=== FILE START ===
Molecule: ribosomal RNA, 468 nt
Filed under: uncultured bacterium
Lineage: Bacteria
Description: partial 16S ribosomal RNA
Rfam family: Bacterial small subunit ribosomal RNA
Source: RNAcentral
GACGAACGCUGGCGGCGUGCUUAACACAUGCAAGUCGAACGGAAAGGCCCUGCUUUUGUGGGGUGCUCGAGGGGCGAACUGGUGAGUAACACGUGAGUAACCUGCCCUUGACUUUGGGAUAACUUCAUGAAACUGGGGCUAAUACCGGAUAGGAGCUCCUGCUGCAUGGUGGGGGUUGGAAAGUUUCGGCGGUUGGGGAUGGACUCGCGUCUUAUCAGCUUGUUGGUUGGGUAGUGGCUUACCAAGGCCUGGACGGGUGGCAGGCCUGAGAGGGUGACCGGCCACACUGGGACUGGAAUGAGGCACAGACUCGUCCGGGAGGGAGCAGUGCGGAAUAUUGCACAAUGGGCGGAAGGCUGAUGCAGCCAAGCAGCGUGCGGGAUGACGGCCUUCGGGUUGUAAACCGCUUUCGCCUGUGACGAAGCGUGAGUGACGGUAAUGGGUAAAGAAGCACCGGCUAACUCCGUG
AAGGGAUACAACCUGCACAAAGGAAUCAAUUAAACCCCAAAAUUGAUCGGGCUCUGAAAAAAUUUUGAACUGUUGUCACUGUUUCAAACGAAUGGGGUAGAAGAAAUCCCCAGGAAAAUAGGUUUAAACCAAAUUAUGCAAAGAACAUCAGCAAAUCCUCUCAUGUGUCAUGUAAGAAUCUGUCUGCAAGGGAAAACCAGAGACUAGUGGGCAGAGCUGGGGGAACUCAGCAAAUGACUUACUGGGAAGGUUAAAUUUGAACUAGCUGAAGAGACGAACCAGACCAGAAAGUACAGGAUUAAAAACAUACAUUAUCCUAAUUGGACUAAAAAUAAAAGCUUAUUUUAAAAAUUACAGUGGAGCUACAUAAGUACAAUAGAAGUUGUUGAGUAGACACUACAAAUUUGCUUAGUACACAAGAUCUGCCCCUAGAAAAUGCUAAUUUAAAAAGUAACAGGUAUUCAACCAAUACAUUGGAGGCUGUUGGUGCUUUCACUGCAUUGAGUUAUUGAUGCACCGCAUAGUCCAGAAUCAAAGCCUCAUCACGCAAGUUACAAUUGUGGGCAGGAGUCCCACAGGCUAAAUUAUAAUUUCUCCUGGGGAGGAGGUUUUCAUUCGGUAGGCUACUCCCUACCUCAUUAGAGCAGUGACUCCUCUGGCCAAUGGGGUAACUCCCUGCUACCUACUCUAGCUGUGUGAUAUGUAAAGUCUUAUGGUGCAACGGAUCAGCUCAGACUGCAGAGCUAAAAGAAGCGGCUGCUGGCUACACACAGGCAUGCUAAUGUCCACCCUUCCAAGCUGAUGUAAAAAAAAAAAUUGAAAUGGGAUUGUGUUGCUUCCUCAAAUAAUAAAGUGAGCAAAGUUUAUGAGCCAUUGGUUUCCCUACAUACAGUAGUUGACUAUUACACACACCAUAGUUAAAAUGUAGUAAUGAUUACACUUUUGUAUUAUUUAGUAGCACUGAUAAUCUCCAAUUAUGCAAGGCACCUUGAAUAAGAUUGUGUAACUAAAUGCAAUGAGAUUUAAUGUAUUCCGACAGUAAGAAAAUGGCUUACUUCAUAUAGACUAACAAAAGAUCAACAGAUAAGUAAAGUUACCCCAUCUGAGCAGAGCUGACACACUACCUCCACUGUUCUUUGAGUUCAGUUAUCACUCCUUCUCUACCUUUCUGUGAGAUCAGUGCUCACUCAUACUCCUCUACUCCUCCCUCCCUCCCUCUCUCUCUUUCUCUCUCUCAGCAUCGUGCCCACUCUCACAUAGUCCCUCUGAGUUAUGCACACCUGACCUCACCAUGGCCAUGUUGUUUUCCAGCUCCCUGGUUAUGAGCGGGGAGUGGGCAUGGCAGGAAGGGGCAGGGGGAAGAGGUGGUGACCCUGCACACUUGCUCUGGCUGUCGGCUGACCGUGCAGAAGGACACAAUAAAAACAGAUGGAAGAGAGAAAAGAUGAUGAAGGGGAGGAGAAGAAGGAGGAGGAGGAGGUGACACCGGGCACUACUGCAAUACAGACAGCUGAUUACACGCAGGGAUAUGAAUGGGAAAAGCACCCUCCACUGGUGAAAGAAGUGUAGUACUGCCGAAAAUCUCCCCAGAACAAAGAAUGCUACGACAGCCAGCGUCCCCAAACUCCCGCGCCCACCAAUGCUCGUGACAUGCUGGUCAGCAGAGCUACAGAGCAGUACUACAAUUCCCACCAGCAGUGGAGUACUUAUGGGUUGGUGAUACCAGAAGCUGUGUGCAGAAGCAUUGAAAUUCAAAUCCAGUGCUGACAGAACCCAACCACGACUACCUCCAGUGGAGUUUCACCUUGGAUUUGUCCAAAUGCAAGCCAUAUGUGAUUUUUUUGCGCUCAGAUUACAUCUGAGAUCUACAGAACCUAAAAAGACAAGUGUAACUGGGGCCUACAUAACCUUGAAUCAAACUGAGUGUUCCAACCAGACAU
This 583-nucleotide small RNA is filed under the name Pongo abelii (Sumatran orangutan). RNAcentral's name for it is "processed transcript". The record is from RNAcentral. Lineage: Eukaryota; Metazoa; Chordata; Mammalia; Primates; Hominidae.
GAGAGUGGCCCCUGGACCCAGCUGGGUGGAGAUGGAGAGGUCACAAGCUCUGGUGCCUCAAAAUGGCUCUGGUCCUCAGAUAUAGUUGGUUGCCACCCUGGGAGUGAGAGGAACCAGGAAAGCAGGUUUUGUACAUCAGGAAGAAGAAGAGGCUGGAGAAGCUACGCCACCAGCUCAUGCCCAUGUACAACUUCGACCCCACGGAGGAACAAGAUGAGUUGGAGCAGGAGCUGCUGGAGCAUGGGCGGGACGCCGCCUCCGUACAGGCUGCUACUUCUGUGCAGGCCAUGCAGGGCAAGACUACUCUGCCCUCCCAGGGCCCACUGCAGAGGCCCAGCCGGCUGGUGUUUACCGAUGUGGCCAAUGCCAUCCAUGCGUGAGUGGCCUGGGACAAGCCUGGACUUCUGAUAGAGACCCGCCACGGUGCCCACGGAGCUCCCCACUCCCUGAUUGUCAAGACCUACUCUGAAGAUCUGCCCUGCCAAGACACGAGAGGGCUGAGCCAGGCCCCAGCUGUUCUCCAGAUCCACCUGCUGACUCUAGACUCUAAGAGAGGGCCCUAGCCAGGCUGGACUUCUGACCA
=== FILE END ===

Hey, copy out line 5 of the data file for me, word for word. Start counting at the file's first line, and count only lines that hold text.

Rfam family: Bacterial small subunit ribosomal RNA